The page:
They were called the Millionaires’ Squadron, a dashing young group of well-heeled sportsmen and adventurers with a passion for danger and high jinks. But they were also a very effective fighting unit, placed in the front line of defence against German invasion in the Battle of Britain.
Born into high society in 1914, William Henry Rhodes-Moorhouse was determined to follow a family passion for flying.
His father had built and designed planes and flown in World War I, becoming the first airman to win the Victoria Cross, the highest award for bravery in battle.
Flying at just 300ft (91m), William Barnard Rhodes-Moorhouse volunteered to drop a single bomb on a strategic rail junction near Ypres in the face of intense ground fire. He made it back to British lines, but died of his wounds shortly afterwards.
Young Willie, his son, was able to fulfil his dream, thanks partly to his school friend George Cleaver, whose family owned a plane. He had his pilot’s licence by the age of 17 before leaving Eton.
After extensive travelling, he returned to settle in England where, so family lore records, he “fell head over heels in love” with his wife-to-be, Amalia Demetriadi. A strikingly attractive woman, she was approached in a London restaurant by a talent scout to be screen-tested for the role of Scarlett O’Hara in Gone With The Wind. A private person, Amalia declined.
For Amalia and Willie, life must have seemed to be bursting with promise. They had a comfortable life and a very good lifestyle, including invitations to the south of France and skiing trips to St Moritz.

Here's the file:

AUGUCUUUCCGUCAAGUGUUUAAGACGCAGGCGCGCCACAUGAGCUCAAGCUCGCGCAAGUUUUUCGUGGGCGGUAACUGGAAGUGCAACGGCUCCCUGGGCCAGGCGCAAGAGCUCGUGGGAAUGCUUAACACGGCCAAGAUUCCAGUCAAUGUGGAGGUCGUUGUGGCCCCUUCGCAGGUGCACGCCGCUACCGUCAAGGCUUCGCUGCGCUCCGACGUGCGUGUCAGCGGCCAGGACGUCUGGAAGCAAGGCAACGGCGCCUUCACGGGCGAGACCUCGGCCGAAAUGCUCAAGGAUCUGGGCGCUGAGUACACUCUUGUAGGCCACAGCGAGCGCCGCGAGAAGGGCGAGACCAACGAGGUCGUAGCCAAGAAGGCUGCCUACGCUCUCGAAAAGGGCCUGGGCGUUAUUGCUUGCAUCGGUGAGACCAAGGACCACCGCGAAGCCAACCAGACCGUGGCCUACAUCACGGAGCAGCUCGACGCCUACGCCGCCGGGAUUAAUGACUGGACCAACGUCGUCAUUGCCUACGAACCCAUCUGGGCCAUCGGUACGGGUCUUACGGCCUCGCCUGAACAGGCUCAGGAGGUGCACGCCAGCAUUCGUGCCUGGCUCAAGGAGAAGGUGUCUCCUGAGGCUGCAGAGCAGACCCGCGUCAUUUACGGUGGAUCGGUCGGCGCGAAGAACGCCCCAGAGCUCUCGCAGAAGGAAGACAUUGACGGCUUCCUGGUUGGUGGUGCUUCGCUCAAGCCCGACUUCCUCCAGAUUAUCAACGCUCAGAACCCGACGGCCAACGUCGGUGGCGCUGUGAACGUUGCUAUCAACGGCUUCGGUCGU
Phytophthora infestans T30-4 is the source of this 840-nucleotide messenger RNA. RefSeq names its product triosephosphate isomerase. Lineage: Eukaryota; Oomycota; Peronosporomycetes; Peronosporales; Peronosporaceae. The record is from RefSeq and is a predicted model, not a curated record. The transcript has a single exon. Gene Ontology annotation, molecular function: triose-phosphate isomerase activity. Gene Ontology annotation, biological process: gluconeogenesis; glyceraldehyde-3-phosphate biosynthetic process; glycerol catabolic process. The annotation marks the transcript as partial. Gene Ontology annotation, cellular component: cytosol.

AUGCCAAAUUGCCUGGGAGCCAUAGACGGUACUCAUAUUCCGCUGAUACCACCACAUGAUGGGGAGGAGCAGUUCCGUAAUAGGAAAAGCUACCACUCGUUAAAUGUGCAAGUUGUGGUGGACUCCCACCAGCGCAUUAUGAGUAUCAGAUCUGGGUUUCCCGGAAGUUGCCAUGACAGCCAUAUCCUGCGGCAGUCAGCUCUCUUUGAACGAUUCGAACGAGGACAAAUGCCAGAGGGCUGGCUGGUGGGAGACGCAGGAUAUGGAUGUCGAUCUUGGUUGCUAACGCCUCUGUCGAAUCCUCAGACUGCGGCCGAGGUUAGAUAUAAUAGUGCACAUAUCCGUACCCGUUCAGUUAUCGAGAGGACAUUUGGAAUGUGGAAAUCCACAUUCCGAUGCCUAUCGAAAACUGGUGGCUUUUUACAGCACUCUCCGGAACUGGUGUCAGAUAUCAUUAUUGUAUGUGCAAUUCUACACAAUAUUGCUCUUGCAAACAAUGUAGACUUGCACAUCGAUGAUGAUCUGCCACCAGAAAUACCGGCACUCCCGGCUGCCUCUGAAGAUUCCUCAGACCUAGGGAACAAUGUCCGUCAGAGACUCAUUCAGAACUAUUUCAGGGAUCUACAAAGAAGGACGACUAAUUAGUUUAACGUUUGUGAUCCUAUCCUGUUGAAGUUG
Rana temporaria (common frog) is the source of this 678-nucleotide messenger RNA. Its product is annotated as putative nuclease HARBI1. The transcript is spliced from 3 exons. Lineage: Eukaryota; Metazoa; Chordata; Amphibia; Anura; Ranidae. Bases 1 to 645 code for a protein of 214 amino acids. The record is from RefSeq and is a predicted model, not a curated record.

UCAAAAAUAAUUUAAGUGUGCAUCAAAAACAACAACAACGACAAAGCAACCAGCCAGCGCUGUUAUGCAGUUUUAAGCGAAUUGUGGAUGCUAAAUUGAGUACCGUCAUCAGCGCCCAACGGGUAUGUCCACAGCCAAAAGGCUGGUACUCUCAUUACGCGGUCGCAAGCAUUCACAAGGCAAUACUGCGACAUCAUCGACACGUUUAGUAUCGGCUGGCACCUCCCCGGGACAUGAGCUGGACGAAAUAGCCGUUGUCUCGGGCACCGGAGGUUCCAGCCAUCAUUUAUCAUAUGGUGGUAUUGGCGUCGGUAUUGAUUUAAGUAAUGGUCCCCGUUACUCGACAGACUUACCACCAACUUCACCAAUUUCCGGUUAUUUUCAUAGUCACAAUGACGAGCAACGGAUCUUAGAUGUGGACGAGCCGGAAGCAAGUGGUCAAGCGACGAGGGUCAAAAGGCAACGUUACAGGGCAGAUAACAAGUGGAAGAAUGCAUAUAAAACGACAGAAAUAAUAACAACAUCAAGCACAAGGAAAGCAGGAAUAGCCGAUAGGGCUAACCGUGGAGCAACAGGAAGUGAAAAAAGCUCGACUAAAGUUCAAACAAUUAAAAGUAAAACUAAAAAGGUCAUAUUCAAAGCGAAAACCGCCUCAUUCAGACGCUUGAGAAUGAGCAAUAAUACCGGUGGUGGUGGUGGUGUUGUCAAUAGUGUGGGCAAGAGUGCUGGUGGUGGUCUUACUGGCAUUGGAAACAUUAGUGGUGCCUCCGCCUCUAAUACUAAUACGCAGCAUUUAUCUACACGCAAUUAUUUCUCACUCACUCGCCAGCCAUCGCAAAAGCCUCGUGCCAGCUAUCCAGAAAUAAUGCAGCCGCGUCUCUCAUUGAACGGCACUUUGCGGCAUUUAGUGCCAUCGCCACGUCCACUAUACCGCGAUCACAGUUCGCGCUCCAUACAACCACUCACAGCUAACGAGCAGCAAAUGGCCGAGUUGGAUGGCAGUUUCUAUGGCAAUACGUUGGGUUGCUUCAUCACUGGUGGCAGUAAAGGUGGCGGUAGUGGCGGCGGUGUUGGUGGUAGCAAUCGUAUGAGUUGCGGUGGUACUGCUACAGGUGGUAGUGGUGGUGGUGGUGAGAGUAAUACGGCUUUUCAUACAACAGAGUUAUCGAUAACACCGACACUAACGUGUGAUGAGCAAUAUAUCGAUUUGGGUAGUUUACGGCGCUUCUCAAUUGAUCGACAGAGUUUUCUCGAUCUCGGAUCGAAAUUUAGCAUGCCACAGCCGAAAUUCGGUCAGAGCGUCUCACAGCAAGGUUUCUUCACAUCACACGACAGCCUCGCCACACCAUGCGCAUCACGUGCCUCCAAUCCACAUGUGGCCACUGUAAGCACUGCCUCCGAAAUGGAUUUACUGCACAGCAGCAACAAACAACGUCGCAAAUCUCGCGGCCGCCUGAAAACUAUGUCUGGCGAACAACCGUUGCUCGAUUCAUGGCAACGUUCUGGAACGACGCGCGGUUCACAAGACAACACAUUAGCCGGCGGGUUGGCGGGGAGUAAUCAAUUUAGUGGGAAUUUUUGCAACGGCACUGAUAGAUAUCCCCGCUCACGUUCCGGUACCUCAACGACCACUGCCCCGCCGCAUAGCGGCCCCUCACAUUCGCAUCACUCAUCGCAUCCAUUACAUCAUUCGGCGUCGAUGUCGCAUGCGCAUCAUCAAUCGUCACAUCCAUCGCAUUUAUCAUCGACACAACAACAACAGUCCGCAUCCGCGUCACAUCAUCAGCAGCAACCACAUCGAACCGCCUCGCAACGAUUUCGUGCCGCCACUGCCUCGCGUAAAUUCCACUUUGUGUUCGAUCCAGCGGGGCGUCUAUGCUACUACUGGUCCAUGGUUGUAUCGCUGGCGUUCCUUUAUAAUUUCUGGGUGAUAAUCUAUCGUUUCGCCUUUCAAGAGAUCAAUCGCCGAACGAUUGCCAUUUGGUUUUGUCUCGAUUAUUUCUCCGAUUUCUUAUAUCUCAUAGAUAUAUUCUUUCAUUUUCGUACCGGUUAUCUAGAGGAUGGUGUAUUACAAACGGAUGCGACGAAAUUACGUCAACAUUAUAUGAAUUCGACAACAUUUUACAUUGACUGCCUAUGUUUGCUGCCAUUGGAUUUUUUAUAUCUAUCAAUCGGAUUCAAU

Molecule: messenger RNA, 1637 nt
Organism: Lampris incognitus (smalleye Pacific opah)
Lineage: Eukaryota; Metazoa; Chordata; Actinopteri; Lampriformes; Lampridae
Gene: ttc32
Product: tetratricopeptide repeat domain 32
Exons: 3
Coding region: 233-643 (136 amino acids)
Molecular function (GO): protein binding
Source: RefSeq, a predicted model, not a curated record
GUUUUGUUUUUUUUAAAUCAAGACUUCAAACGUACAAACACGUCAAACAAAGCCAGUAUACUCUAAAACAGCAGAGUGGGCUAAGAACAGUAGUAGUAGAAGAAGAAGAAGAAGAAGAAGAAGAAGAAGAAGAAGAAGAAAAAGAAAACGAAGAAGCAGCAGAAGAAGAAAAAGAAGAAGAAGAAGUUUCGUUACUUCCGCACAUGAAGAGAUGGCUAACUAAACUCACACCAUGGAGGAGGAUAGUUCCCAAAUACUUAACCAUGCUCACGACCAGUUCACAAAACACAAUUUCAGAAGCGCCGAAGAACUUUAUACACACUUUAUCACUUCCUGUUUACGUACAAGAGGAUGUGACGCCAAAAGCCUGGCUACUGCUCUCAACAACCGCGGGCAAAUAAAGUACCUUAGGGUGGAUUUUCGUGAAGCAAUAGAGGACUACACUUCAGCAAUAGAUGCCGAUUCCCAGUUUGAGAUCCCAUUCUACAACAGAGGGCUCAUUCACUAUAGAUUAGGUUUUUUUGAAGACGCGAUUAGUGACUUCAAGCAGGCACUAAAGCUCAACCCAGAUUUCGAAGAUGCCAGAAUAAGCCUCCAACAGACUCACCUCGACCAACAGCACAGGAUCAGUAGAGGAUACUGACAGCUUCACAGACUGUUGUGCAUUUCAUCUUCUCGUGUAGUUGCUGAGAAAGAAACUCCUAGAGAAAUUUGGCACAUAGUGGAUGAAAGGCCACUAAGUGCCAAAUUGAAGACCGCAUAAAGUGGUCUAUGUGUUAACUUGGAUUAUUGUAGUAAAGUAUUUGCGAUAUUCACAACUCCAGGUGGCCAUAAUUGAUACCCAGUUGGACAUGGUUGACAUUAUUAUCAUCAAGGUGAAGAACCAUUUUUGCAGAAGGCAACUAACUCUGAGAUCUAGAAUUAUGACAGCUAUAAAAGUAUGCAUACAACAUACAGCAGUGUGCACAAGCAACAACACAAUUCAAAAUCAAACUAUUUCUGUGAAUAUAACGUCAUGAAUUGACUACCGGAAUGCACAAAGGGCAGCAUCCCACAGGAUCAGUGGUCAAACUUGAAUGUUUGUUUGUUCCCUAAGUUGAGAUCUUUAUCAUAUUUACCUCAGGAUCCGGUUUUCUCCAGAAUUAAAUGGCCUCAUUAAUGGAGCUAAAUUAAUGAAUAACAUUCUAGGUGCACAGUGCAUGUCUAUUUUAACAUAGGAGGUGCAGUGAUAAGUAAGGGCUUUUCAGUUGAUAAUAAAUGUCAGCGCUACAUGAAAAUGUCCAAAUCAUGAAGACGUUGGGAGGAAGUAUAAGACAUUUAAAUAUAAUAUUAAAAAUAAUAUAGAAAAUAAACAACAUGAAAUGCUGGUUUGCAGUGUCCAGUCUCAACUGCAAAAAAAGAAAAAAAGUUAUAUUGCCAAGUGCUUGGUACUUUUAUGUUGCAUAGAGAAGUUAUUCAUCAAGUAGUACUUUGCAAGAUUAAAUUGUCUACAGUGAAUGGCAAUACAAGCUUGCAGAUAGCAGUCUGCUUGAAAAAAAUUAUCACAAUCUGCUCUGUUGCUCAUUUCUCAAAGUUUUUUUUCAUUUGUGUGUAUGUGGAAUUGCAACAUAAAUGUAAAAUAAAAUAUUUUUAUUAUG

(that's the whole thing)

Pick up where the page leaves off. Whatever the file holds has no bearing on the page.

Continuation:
A keen sportsman, Willie was selected for the 1936 British Winter Olympics team, but an accident on the ski jump prevented him from competing. But war was looming and short of funds, the RAF had its eyes on amateur pilots like Willie, George and Amalia’s brother Dick. It could not maintain a large peacetime force, but if war came, it would need to mobilise fast.
As early as the mid 1920s, the first Chief of the Air Staff, Lord Trenchard, had come up with the idea of auxiliary squadrons, amateur pilots who could be rapidly recruited and deployed on the outbreak of war.
The first auxiliary squadron, 601, later to be known as the Millionaires’ Squadron was, according to legend, created by Lord Grosvenor at Whites, the gentlemen’s club and restricted to club membership.
Recruitment under Grosvenor involved a trial by alcohol to see if candidates could still behave like gentlemen when drunk. They were apparently required to consume a large port. Gin and tonics would follow back at the club.
Grosvenor wanted officers “of sufficient presence not to be overawed by him and of sufficient means not to be excluded from his favourite pastimes, eating, drinking and Whites,” according to the squadron’s historian, Tom Moulson.
The squadron attracted the very well-heeled, not just aristocrats but also sportsmen, adventurers and self-made men. There would be no time for petty rules or regulations. But Grosvenor was nonetheless intent on creating an elite fighting unit, as good as any in the RAF.
Under their next commander, Sir Philip Sassoon, the squadron acquired a growing reputation for flamboyance, wearing red socks or red-silk-lined jackets as well as driving fast cars.
They also had a reputation for ridiculous games such as navigating around a room without touching the ground. Or a table calibration test in which the subject was distracted to the point at which beer could be poured down his trousers.
There were other auxiliary squadrons such as 600, made up of stockbrokers and city bankers.
And others sprang up around the country, 602 and 603 in Glasgow and Edinburgh and by 1939 there were 14 auxiliary squadrons made up of experienced, amateur pilots who would be equipped and deployed almost immediately on the outbreak of war, effectively adding 25% to the strength of RAF Fighter Command.